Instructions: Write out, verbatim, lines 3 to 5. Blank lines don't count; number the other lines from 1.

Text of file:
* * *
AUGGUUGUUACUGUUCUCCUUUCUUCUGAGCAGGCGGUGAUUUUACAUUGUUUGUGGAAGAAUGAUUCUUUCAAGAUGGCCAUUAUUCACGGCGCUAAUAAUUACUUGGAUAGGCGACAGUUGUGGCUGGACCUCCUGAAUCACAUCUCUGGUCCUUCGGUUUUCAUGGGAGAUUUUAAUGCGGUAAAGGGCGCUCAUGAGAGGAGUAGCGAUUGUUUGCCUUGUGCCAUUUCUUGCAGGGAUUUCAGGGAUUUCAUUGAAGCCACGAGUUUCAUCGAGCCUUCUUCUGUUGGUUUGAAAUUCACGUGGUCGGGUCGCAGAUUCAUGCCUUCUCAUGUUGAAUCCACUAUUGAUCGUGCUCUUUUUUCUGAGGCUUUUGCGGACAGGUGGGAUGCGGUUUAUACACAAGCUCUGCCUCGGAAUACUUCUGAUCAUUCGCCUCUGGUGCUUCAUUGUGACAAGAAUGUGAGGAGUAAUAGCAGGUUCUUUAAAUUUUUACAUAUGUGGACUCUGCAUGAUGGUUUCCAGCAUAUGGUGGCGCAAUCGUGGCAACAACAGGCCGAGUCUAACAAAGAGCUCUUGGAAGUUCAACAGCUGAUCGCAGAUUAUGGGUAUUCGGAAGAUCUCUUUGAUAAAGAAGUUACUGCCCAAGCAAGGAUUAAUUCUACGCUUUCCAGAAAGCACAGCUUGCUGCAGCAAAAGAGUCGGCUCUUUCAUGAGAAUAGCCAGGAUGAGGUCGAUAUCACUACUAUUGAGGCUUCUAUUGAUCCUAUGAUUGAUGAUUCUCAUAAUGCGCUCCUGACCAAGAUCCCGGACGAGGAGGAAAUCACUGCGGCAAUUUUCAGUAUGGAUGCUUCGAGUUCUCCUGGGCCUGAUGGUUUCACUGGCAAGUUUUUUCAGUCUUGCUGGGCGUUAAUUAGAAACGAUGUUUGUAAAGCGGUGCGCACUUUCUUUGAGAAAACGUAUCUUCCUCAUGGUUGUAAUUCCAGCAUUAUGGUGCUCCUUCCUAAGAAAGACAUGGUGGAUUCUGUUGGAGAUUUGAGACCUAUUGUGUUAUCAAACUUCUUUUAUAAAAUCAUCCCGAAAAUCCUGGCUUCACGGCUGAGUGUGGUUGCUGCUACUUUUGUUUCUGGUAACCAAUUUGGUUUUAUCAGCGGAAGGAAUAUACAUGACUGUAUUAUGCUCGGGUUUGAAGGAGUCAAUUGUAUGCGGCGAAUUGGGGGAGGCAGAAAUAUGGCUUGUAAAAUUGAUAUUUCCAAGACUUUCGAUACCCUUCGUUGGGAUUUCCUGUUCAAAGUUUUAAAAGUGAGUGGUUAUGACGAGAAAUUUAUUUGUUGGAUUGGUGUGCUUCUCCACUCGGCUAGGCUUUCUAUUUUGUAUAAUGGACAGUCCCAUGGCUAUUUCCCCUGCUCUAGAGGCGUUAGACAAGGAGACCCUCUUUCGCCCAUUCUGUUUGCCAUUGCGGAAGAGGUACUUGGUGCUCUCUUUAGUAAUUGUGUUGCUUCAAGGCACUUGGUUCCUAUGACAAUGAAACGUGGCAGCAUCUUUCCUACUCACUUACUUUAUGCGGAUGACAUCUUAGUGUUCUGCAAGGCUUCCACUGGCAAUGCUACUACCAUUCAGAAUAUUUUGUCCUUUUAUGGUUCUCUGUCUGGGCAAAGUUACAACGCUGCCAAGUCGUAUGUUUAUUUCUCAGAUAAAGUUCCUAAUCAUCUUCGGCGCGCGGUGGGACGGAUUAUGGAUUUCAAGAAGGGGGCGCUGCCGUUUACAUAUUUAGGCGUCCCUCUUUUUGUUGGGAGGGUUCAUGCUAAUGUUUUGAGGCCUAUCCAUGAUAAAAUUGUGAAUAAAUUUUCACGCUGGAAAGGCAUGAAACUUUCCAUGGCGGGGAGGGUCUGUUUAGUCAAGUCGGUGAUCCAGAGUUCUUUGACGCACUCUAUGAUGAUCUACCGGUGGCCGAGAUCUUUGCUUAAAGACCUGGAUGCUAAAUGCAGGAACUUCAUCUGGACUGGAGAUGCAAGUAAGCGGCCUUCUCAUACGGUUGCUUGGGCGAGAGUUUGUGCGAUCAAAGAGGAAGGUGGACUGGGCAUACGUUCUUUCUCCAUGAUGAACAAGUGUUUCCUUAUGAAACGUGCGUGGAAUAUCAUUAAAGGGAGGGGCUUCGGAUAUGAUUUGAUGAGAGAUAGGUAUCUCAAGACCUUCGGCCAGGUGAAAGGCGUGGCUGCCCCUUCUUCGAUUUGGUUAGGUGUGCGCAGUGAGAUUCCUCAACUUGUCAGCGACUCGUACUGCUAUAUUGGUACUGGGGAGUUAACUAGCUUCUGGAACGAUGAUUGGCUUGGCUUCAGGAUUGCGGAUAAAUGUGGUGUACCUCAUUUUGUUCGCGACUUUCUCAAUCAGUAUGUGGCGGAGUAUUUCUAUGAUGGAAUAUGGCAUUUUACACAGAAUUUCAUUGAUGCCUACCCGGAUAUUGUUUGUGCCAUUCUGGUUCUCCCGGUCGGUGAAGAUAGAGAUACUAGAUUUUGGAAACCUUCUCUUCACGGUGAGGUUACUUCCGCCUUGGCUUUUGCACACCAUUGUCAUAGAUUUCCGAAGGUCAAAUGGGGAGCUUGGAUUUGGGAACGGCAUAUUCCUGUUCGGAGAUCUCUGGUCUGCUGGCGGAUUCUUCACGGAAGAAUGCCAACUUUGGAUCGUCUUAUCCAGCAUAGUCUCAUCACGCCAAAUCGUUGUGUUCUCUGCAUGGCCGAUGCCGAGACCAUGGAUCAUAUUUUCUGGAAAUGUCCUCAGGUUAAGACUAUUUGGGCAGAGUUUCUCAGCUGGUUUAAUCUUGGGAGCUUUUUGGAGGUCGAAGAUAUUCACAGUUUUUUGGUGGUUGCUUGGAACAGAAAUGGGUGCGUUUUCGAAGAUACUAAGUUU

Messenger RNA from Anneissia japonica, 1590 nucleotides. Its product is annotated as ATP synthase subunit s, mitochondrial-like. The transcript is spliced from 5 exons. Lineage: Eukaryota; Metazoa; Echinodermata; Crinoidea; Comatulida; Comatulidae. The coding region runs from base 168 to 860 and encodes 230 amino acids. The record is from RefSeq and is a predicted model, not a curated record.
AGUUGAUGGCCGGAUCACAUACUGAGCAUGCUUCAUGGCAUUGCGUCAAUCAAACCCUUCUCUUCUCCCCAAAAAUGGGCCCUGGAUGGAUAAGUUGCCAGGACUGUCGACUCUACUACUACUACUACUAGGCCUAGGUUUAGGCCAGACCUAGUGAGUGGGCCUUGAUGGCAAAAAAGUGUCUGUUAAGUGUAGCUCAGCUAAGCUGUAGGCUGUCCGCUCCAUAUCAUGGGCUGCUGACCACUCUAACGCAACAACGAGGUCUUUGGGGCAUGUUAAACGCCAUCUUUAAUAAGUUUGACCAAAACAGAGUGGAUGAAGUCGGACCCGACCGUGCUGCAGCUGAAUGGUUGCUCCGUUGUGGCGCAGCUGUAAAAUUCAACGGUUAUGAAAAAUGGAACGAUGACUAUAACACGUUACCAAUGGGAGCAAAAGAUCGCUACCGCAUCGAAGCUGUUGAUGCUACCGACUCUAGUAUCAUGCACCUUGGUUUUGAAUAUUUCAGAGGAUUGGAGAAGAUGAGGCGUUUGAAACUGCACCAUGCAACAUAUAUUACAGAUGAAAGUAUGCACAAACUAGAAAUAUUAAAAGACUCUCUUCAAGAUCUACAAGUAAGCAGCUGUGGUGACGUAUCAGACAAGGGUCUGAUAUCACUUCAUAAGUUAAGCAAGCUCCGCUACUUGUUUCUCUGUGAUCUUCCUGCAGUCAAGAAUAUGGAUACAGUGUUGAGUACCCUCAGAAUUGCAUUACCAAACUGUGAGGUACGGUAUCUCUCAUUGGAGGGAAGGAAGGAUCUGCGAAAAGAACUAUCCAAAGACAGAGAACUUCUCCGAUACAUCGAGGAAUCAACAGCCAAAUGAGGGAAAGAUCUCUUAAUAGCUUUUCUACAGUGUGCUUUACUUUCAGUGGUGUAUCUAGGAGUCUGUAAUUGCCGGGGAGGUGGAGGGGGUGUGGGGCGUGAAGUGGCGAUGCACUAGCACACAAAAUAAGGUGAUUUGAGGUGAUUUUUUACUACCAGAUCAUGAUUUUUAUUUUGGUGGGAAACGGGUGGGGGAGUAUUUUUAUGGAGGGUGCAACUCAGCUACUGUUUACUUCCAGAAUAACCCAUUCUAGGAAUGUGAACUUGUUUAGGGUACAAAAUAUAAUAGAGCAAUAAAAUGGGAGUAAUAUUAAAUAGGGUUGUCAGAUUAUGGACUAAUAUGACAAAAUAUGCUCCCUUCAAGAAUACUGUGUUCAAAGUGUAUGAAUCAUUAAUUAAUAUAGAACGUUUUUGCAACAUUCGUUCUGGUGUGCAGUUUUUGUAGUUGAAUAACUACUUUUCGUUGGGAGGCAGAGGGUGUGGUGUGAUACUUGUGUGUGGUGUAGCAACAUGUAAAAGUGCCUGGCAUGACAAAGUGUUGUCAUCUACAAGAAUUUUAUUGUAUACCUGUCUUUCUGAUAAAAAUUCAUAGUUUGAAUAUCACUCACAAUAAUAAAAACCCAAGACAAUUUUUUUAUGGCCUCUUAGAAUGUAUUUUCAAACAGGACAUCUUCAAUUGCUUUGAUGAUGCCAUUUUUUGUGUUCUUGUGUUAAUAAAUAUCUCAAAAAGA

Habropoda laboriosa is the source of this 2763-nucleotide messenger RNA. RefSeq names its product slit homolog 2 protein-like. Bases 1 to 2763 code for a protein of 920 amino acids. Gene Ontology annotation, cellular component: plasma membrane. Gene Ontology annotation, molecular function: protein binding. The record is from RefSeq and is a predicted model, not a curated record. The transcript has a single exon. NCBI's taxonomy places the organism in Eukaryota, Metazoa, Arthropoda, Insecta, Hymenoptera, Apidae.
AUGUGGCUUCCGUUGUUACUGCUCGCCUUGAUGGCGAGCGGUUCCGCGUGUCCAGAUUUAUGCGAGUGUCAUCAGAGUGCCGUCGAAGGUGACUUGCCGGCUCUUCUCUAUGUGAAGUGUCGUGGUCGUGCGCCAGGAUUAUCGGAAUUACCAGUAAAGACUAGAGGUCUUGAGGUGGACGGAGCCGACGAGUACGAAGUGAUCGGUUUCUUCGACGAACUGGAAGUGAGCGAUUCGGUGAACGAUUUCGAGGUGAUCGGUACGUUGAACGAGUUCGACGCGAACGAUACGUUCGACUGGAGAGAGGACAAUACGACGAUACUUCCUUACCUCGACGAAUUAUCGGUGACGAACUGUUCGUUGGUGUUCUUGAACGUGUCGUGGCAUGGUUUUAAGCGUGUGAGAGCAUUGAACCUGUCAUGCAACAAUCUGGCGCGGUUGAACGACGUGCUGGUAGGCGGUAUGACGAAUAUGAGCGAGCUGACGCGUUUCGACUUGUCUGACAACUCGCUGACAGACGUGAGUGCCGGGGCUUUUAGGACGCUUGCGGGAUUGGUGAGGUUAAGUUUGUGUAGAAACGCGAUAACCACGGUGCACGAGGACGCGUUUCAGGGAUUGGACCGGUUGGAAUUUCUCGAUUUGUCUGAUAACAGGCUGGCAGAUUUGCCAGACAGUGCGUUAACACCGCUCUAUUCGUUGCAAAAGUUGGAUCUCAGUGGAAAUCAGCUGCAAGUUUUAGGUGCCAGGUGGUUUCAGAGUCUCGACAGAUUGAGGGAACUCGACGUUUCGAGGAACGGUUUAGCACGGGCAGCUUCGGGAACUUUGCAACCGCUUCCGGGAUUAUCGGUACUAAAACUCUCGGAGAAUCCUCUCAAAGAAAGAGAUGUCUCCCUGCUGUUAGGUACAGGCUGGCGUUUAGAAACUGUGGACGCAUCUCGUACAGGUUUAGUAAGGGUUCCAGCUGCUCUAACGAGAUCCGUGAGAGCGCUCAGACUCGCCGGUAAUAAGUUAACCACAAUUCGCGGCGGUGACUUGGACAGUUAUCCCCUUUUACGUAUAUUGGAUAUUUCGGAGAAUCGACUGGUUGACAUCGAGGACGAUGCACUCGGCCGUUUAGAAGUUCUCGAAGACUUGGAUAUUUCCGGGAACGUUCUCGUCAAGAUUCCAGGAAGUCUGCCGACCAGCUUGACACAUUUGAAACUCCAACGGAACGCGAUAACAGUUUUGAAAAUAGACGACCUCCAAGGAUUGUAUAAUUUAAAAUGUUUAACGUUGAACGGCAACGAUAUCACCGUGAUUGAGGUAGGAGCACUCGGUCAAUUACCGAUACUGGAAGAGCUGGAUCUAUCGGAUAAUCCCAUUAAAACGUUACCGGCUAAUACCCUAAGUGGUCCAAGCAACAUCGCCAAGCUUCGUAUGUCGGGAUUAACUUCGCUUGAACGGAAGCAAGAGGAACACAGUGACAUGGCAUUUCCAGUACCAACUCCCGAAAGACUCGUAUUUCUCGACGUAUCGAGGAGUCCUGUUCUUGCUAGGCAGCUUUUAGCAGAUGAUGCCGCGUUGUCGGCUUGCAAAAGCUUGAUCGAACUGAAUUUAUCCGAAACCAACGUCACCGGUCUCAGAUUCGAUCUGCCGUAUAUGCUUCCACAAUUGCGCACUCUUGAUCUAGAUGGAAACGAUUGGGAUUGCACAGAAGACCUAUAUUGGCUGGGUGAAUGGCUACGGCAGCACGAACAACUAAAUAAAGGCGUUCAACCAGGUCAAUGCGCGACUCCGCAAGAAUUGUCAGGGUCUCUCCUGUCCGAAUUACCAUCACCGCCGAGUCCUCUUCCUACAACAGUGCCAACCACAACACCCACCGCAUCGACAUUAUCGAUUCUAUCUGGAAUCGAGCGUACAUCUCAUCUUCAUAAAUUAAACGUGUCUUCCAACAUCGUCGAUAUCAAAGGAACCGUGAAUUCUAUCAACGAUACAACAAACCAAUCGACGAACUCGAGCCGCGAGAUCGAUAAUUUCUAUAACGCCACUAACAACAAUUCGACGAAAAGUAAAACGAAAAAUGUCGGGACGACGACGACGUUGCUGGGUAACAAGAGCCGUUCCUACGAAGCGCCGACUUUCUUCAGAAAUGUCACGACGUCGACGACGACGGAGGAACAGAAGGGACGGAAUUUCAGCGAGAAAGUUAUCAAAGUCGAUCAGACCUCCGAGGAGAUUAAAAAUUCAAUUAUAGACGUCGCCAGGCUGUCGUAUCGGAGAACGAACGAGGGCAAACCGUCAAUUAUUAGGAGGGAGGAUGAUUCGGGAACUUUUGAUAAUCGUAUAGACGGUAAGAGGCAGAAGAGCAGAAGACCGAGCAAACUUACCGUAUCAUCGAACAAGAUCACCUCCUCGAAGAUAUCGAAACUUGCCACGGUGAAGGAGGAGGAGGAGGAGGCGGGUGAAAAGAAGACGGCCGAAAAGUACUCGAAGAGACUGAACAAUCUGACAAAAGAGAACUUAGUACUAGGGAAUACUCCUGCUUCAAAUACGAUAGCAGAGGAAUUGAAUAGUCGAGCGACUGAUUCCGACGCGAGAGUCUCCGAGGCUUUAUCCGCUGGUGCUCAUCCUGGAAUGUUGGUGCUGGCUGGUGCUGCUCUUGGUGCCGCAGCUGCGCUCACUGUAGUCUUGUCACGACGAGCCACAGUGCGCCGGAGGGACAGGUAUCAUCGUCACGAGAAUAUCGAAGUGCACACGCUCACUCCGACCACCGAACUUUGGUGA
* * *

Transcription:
AGUUGAUGGCCGGAUCACAUACUGAGCAUGCUUCAUGGCAUUGCGUCAAUCAAACCCUUCUCUUCUCCCCAAAAAUGGGCCCUGGAUGGAUAAGUUGCCAGGACUGUCGACUCUACUACUACUACUACUAGGCCUAGGUUUAGGCCAGACCUAGUGAGUGGGCCUUGAUGGCAAAAAAGUGUCUGUUAAGUGUAGCUCAGCUAAGCUGUAGGCUGUCCGCUCCAUAUCAUGGGCUGCUGACCACUCUAACGCAACAACGAGGUCUUUGGGGCAUGUUAAACGCCAUCUUUAAUAAGUUUGACCAAAACAGAGUGGAUGAAGUCGGACCCGACCGUGCUGCAGCUGAAUGGUUGCUCCGUUGUGGCGCAGCUGUAAAAUUCAACGGUUAUGAAAAAUGGAACGAUGACUAUAACACGUUACCAAUGGGAGCAAAAGAUCGCUACCGCAUCGAAGCUGUUGAUGCUACCGACUCUAGUAUCAUGCACCUUGGUUUUGAAUAUUUCAGAGGAUUGGAGAAGAUGAGGCGUUUGAAACUGCACCAUGCAACAUAUAUUACAGAUGAAAGUAUGCACAAACUAGAAAUAUUAAAAGACUCUCUUCAAGAUCUACAAGUAAGCAGCUGUGGUGACGUAUCAGACAAGGGUCUGAUAUCACUUCAUAAGUUAAGCAAGCUCCGCUACUUGUUUCUCUGUGAUCUUCCUGCAGUCAAGAAUAUGGAUACAGUGUUGAGUACCCUCAGAAUUGCAUUACCAAACUGUGAGGUACGGUAUCUCUCAUUGGAGGGAAGGAAGGAUCUGCGAAAAGAACUAUCCAAAGACAGAGAACUUCUCCGAUACAUCGAGGAAUCAACAGCCAAAUGAGGGAAAGAUCUCUUAAUAGCUUUUCUACAGUGUGCUUUACUUUCAGUGGUGUAUCUAGGAGUCUGUAAUUGCCGGGGAGGUGGAGGGGGUGUGGGGCGUGAAGUGGCGAUGCACUAGCACACAAAAUAAGGUGAUUUGAGGUGAUUUUUUACUACCAGAUCAUGAUUUUUAUUUUGGUGGGAAACGGGUGGGGGAGUAUUUUUAUGGAGGGUGCAACUCAGCUACUGUUUACUUCCAGAAUAACCCAUUCUAGGAAUGUGAACUUGUUUAGGGUACAAAAUAUAAUAGAGCAAUAAAAUGGGAGUAAUAUUAAAUAGGGUUGUCAGAUUAUGGACUAAUAUGACAAAAUAUGCUCCCUUCAAGAAUACUGUGUUCAAAGUGUAUGAAUCAUUAAUUAAUAUAGAACGUUUUUGCAACAUUCGUUCUGGUGUGCAGUUUUUGUAGUUGAAUAACUACUUUUCGUUGGGAGGCAGAGGGUGUGGUGUGAUACUUGUGUGUGGUGUAGCAACAUGUAAAAGUGCCUGGCAUGACAAAGUGUUGUCAUCUACAAGAAUUUUAUUGUAUACCUGUCUUUCUGAUAAAAAUUCAUAGUUUGAAUAUCACUCACAAUAAUAAAAACCCAAGACAAUUUUUUUAUGGCCUCUUAGAAUGUAUUUUCAAACAGGACAUCUUCAAUUGCUUUGAUGAUGCCAUUUUUUGUGUUCUUGUGUUAAUAAAUAUCUCAAAAAGA

Habropoda laboriosa is the source of this 2763-nucleotide messenger RNA. RefSeq names its product slit homolog 2 protein-like. Bases 1 to 2763 code for a protein of 920 amino acids. Gene Ontology annotation, cellular component: plasma membrane. Gene Ontology annotation, molecular function: protein binding. The record is from RefSeq and is a predicted model, not a curated record. The transcript has a single exon. NCBI's taxonomy places the organism in Eukaryota, Metazoa, Arthropoda, Insecta, Hymenoptera, Apidae.
AUGUGGCUUCCGUUGUUACUGCUCGCCUUGAUGGCGAGCGGUUCCGCGUGUCCAGAUUUAUGCGAGUGUCAUCAGAGUGCCGUCGAAGGUGACUUGCCGGCUCUUCUCUAUGUGAAGUGUCGUGGUCGUGCGCCAGGAUUAUCGGAAUUACCAGUAAAGACUAGAGGUCUUGAGGUGGACGGAGCCGACGAGUACGAAGUGAUCGGUUUCUUCGACGAACUGGAAGUGAGCGAUUCGGUGAACGAUUUCGAGGUGAUCGGUACGUUGAACGAGUUCGACGCGAACGAUACGUUCGACUGGAGAGAGGACAAUACGACGAUACUUCCUUACCUCGACGAAUUAUCGGUGACGAACUGUUCGUUGGUGUUCUUGAACGUGUCGUGGCAUGGUUUUAAGCGUGUGAGAGCAUUGAACCUGUCAUGCAACAAUCUGGCGCGGUUGAACGACGUGCUGGUAGGCGGUAUGACGAAUAUGAGCGAGCUGACGCGUUUCGACUUGUCUGACAACUCGCUGACAGACGUGAGUGCCGGGGCUUUUAGGACGCUUGCGGGAUUGGUGAGGUUAAGUUUGUGUAGAAACGCGAUAACCACGGUGCACGAGGACGCGUUUCAGGGAUUGGACCGGUUGGAAUUUCUCGAUUUGUCUGAUAACAGGCUGGCAGAUUUGCCAGACAGUGCGUUAACACCGCUCUAUUCGUUGCAAAAGUUGGAUCUCAGUGGAAAUCAGCUGCAAGUUUUAGGUGCCAGGUGGUUUCAGAGUCUCGACAGAUUGAGGGAACUCGACGUUUCGAGGAACGGUUUAGCACGGGCAGCUUCGGGAACUUUGCAACCGCUUCCGGGAUUAUCGGUACUAAAACUCUCGGAGAAUCCUCUCAAAGAAAGAGAUGUCUCCCUGCUGUUAGGUACAGGCUGGCGUUUAGAAACUGUGGACGCAUCUCGUACAGGUUUAGUAAGGGUUCCAGCUGCUCUAACGAGAUCCGUGAGAGCGCUCAGACUCGCCGGUAAUAAGUUAACCACAAUUCGCGGCGGUGACUUGGACAGUUAUCCCCUUUUACGUAUAUUGGAUAUUUCGGAGAAUCGACUGGUUGACAUCGAGGACGAUGCACUCGGCCGUUUAGAAGUUCUCGAAGACUUGGAUAUUUCCGGGAACGUUCUCGUCAAGAUUCCAGGAAGUCUGCCGACCAGCUUGACACAUUUGAAACUCCAACGGAACGCGAUAACAGUUUUGAAAAUAGACGACCUCCAAGGAUUGUAUAAUUUAAAAUGUUUAACGUUGAACGGCAACGAUAUCACCGUGAUUGAGGUAGGAGCACUCGGUCAAUUACCGAUACUGGAAGAGCUGGAUCUAUCGGAUAAUCCCAUUAAAACGUUACCGGCUAAUACCCUAAGUGGUCCAAGCAACAUCGCCAAGCUUCGUAUGUCGGGAUUAACUUCGCUUGAACGGAAGCAAGAGGAACACAGUGACAUGGCAUUUCCAGUACCAACUCCCGAAAGACUCGUAUUUCUCGACGUAUCGAGGAGUCCUGUUCUUGCUAGGCAGCUUUUAGCAGAUGAUGCCGCGUUGUCGGCUUGCAAAAGCUUGAUCGAACUGAAUUUAUCCGAAACCAACGUCACCGGUCUCAGAUUCGAUCUGCCGUAUAUGCUUCCACAAUUGCGCACUCUUGAUCUAGAUGGAAACGAUUGGGAUUGCACAGAAGACCUAUAUUGGCUGGGUGAAUGGCUACGGCAGCACGAACAACUAAAUAAAGGCGUUCAACCAGGUCAAUGCGCGACUCCGCAAGAAUUGUCAGGGUCUCUCCUGUCCGAAUUACCAUCACCGCCGAGUCCUCUUCCUACAACAGUGCCAACCACAACACCCACCGCAUCGACAUUAUCGAUUCUAUCUGGAAUCGAGCGUACAUCUCAUCUUCAUAAAUUAAACGUGUCUUCCAACAUCGUCGAUAUCAAAGGAACCGUGAAUUCUAUCAACGAUACAACAAACCAAUCGACGAACUCGAGCCGCGAGAUCGAUAAUUUCUAUAACGCCACUAACAACAAUUCGACGAAAAGUAAAACGAAAAAUGUCGGGACGACGACGACGUUGCUGGGUAACAAGAGCCGUUCCUACGAAGCGCCGACUUUCUUCAGAAAUGUCACGACGUCGACGACGACGGAGGAACAGAAGGGACGGAAUUUCAGCGAGAAAGUUAUCAAAGUCGAUCAGACCUCCGAGGAGAUUAAAAAUUCAAUUAUAGACGUCGCCAGGCUGUCGUAUCGGAGAACGAACGAGGGCAAACCGUCAAUUAUUAGGAGGGAGGAUGAUUCGGGAACUUUUGAUAAUCGUAUAGACGGUAAGAGGCAGAAGAGCAGAAGACCGAGCAAACUUACCGUAUCAUCGAACAAGAUCACCUCCUCGAAGAUAUCGAAACUUGCCACGGUGAAGGAGGAGGAGGAGGAGGCGGGUGAAAAGAAGACGGCCGAAAAGUACUCGAAGAGACUGAACAAUCUGACAAAAGAGAACUUAGUACUAGGGAAUACUCCUGCUUCAAAUACGAUAGCAGAGGAAUUGAAUAGUCGAGCGACUGAUUCCGACGCGAGAGUCUCCGAGGCUUUAUCCGCUGGUGCUCAUCCUGGAAUGUUGGUGCUGGCUGGUGCUGCUCUUGGUGCCGCAGCUGCGCUCACUGUAGUCUUGUCACGACGAGCCACAGUGCGCCGGAGGGACAGGUAUCAUCGUCACGAGAAUAUCGAAGUGCACACGCUCACUCCGACCACCGAACUUUGGUGA